LadyGang on Why Their Podcast’s Real (And Raunchy) Approach Works

“Every woman is waiting to express herself in the way that men have for centuries,” says co-host and actress Becca Tobin

Cue up an episode of the LadyGang podcast—which just marked its 500th episode and 100 million downloads and counting—and it’s as if you’ve been thrown into a word blender on high speed.

Together, actress Becca Tobin; fashion and branding entrepreneur Jac Vanek; and entertainment journalist Keltie Knight are happily, messily, well . . . A LOT. Knight, 38, an Entertainment Tonight host, recently renewed her vows to Roc Nation general manager Chris Knight. Tobin, 35, who stars in Disney+’s Turner & Hooch remake, is married to entrepreneur Zach Martin. Vanek, 34, who made her name in slogan-driven loungewear and jewelry, is newly engaged to the Maine’s leadguitarist Jared Monaco. Knight and Vanek are SoCal-based, while Tobin has made the move to Austin, Texas. They are all more celebrity-adjacent than they are household names, and their unapologetic push to crest the wave to full-blown fame marks part of the podcast’s appeal. While some of their filter-happy peers might flock to the Sunset Tower, Vanek, Tobin, and Knight profess their love for Chili’s, “hidden bacon” notwithstanding.

They take detours to riff on the less-than-ladylike and fess up to “stumbling through womanhood,” as Vanek puts it. And although they are each impossibly toned, tanned, and blond enough to embody a certain aspirational Hollywood ideal, they’re not above delving deep into their most honest thoughts on, say, Harry Styles’s sex appeal (into him) or pooping in box-store bathrooms (bleak and soul-crushing). Eat your heart out, Ezra Klein.

The idea for the venture came about in 2015, when Tobin and Knight, who had met years earlier as performers in New York (Knight was a Rockette; Tobin spent a spell in the Broadway cast of Rock of Ages), linked up to commiserate over their most recent career travails. They decided the only thing to do was to create their own platform, leaning on Vanek for her branding expertise.

“There was this moment where we saw everything on social media as just this curated, most perfect version of everyone’s life,” says Tobin, who starred as Kitty on Fox’s Glee and who frequently delves into the nitty-gritty of trying to get the next big part. With only a rough road map, they began to interview celeb friends who were on the make, dishing on pop culture matters of the day. But when Tobin recounted that she left her used underwear out for her then-boyfriend to find as an act of foreplay, the endeavor soon morphed into something more raw, silly, and off the cuff. Listeners seemed to really connect with the women’s sometimes absurd confessional outtakes.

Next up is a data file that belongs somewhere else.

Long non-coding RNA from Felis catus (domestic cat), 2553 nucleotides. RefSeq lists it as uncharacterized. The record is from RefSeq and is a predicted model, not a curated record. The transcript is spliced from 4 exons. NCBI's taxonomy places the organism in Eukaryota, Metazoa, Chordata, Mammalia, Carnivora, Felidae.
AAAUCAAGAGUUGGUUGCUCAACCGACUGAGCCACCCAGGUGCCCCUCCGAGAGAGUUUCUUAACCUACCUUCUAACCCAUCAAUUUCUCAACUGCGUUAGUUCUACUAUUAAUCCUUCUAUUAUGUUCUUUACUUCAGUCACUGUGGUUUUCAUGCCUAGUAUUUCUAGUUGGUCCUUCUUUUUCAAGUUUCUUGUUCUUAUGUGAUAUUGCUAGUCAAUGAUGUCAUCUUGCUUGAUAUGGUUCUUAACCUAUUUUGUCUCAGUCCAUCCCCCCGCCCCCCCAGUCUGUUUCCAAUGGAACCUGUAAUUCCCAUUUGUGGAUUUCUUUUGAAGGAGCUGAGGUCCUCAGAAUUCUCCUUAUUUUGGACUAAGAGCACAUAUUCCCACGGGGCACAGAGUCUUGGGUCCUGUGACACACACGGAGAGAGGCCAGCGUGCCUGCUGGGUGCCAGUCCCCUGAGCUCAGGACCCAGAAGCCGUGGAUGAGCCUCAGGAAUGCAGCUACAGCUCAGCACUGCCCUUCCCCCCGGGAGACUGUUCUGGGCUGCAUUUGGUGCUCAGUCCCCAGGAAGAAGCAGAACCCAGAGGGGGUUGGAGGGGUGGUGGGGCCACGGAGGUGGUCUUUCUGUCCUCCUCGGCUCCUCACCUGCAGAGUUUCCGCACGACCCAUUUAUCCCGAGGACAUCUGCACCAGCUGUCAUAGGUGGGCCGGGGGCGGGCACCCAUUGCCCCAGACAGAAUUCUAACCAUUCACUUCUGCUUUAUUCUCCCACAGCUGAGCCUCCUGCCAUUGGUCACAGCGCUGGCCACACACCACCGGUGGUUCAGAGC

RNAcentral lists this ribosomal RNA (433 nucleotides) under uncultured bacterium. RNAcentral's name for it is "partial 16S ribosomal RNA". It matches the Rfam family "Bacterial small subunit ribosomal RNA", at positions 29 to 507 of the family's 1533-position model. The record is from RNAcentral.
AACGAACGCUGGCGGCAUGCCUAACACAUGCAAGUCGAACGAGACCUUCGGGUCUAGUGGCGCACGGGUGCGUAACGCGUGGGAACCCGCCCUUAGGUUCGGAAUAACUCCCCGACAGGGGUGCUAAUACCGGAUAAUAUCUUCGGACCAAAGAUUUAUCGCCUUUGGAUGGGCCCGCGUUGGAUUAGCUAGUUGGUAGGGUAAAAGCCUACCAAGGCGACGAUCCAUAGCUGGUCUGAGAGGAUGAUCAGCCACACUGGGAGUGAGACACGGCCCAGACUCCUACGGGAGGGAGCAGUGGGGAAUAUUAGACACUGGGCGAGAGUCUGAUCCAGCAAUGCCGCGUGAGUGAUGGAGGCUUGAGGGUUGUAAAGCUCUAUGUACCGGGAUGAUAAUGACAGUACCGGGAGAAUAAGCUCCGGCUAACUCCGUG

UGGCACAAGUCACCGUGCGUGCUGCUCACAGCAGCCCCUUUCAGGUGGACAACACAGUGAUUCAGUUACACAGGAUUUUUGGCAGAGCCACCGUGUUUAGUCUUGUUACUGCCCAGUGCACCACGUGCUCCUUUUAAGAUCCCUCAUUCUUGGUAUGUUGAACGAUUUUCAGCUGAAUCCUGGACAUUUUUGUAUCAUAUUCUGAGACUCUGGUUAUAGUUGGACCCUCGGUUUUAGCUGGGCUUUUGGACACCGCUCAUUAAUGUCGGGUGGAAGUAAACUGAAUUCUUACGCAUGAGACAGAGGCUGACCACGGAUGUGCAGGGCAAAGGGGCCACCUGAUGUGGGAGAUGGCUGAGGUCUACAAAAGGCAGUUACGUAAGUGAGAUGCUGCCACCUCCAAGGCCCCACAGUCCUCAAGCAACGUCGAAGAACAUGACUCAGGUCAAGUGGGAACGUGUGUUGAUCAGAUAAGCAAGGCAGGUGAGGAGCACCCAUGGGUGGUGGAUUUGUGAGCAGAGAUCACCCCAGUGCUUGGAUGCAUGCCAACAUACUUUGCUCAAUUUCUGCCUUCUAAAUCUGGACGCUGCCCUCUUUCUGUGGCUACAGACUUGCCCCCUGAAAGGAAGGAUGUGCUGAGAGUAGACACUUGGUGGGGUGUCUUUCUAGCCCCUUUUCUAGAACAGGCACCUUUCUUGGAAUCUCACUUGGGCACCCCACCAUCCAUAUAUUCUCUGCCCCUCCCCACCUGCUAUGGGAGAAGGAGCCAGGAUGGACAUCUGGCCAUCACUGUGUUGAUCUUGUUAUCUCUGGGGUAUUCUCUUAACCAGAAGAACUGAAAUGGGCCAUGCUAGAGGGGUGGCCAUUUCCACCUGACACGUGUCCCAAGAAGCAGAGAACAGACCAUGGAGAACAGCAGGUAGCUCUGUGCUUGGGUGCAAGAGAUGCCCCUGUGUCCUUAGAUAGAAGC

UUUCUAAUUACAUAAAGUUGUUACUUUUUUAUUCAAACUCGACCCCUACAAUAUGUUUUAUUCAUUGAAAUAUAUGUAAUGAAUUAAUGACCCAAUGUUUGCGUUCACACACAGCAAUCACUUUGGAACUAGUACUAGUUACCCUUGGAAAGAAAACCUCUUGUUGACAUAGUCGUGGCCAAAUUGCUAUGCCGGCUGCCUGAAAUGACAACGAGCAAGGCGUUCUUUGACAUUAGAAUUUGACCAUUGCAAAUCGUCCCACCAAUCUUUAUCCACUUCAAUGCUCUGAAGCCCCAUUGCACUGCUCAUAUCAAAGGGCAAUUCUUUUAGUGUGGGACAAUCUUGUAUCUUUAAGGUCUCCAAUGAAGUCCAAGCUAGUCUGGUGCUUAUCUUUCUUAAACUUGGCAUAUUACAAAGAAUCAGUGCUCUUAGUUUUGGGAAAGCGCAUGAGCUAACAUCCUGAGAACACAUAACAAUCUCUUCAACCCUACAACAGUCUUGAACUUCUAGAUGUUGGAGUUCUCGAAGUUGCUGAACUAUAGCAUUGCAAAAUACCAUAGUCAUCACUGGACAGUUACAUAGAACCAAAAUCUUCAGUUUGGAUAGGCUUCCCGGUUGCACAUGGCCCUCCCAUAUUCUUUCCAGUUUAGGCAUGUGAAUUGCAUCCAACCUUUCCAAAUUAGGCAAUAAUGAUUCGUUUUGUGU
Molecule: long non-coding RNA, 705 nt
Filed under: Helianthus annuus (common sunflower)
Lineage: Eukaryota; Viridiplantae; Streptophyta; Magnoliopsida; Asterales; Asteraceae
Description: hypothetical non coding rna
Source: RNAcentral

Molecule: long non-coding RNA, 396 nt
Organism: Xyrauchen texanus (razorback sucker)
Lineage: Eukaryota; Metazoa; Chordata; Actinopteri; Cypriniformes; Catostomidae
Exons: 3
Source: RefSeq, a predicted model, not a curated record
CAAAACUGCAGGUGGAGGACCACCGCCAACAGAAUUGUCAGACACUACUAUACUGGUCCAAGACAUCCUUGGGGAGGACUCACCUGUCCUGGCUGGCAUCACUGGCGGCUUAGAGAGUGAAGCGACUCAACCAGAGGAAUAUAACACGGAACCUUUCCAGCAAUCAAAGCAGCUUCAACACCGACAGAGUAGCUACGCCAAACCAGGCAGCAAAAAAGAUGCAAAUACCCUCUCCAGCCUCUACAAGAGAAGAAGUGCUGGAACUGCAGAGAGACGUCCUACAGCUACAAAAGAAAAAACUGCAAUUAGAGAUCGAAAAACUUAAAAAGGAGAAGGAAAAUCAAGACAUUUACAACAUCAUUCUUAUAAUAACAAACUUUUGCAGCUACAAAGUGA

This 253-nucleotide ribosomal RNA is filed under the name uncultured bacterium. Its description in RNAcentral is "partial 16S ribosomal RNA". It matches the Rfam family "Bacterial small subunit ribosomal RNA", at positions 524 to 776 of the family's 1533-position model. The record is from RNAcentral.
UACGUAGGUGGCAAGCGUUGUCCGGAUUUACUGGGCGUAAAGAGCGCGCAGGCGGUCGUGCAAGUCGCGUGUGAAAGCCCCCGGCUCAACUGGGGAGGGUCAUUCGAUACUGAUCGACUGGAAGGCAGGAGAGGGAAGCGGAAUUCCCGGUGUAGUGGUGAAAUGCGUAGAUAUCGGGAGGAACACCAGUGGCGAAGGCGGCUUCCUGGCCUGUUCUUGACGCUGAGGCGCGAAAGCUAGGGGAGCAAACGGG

In 2020, Tobin, Vanek, and Knight published their book, Act Like a Lady: Questionable Advice, Ridiculous Opinions, and Humiliating Tales from Three Undignified Women. With meditations on how “what doesn’t kill you makes you weird at parties” as well as needlepoint-ready adages like “You’re worthy of a big love. Don’t get dicknotized,” it became a New York Times best-seller. The ladies say that their mission is one of empowerment: to help women lead more authentic lives and to make each other feel less alone by fessing up to their own foibles. Show guests like Whitney Cummings and Chelsea Handler delve into their own struggles with mental health and L.A. artifice.

There is now a burgeoning LadyGang Facebook community with over 32,000 members, a plan for a 2022 cross-country tour with live meetups, plus, naturally, merch. If Gwyneth Paltrow’s Goop sells the heights of enlightened wellness to her poreless, crystal-clutching acolytes, the LadyGang is all about undercutting the idea that perfection is attainable and embraces tongue-in-cheek accessibility, more Kathie Lee and Hoda than Diane Sawyer. On their site, they sell a notebook with a title that reads: “People I Hate, Things I Regret, and Other Things I’d like to Forget,” for $12, and they push seasonal fashion lines geared to girls nights in.

While many women project a put-together, ultrasociable image out in the world, the reality is that “we’re all in our three-week-old hoodie covered in ketchup stains, you know, crying in the bathroom,” says Knight.

She believes the podcast is ultimately so popular because the hosts are frank about their struggles, even if, she says, “we don’t have enough time in the day to say how many times I’ve regretted saying something on the podcast.”

If it gets a little crude, that’s part of the charm. Tobin, who was raised in Marietta, Georgia, adds, “When I was growing up, the message was ‘Be perfect, be polite, be beautiful.’ There is still a little girl in my head that will say, ‘This isn’t appropriate for the dinner table,’ but I think that lack of a filter is liberating. Every woman is waiting to express herself in the way that men have for centuries. When you go there, people almost feel silly not going there themselves.”

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